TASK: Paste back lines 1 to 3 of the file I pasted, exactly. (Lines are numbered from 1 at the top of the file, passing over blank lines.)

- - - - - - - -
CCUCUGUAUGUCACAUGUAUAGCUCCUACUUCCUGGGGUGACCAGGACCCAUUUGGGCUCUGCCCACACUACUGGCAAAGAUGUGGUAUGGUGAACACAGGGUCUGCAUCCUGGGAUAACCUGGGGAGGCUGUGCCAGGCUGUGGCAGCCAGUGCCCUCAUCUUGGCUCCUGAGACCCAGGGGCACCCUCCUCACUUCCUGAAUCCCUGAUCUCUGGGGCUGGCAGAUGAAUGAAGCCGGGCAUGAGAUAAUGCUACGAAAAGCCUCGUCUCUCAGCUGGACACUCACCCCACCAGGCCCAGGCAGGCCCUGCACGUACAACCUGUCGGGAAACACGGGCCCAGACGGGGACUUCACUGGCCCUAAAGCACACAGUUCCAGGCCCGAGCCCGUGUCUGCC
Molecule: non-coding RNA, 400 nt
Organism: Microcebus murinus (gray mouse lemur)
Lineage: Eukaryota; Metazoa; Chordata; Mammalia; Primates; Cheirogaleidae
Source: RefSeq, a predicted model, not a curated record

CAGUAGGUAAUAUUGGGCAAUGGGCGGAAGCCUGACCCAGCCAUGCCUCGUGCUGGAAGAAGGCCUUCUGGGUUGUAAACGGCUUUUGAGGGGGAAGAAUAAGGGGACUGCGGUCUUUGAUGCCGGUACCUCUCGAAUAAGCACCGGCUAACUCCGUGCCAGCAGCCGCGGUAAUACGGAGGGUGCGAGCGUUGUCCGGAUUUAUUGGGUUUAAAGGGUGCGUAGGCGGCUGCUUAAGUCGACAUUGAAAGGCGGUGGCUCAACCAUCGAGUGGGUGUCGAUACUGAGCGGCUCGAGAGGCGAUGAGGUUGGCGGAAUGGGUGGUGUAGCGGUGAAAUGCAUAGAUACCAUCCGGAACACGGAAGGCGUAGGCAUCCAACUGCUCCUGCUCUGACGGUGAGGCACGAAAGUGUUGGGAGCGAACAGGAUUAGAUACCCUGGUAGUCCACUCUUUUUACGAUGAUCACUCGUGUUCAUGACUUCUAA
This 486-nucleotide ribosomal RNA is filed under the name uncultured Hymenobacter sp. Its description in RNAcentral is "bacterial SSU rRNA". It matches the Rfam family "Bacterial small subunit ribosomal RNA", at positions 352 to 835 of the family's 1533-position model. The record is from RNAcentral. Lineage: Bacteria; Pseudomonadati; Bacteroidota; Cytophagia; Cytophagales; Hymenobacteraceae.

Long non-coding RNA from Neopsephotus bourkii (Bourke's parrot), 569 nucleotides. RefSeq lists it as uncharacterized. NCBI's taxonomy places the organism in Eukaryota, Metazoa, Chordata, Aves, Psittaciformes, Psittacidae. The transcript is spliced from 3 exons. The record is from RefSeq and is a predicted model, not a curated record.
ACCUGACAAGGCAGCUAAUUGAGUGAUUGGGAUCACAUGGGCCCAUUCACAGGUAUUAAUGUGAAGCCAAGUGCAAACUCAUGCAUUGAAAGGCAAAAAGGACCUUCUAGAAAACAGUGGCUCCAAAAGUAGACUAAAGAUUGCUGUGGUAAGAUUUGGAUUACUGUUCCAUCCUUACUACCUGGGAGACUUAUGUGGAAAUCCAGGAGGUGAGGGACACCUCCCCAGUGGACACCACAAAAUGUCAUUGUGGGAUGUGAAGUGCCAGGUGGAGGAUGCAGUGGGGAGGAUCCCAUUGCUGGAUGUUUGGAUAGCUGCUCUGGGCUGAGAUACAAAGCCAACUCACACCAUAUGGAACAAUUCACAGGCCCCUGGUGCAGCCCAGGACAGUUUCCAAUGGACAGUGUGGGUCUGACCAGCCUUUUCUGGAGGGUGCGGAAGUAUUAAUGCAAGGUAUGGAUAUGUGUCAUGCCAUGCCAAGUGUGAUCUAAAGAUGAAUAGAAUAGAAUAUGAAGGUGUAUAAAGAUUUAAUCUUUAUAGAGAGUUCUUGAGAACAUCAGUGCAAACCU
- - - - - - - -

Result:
CCUCUGUAUGUCACAUGUAUAGCUCCUACUUCCUGGGGUGACCAGGACCCAUUUGGGCUCUGCCCACACUACUGGCAAAGAUGUGGUAUGGUGAACACAGGGUCUGCAUCCUGGGAUAACCUGGGGAGGCUGUGCCAGGCUGUGGCAGCCAGUGCCCUCAUCUUGGCUCCUGAGACCCAGGGGCACCCUCCUCACUUCCUGAAUCCCUGAUCUCUGGGGCUGGCAGAUGAAUGAAGCCGGGCAUGAGAUAAUGCUACGAAAAGCCUCGUCUCUCAGCUGGACACUCACCCCACCAGGCCCAGGCAGGCCCUGCACGUACAACCUGUCGGGAAACACGGGCCCAGACGGGGACUUCACUGGCCCUAAAGCACACAGUUCCAGGCCCGAGCCCGUGUCUGCC
Molecule: non-coding RNA, 400 nt
Organism: Microcebus murinus (gray mouse lemur)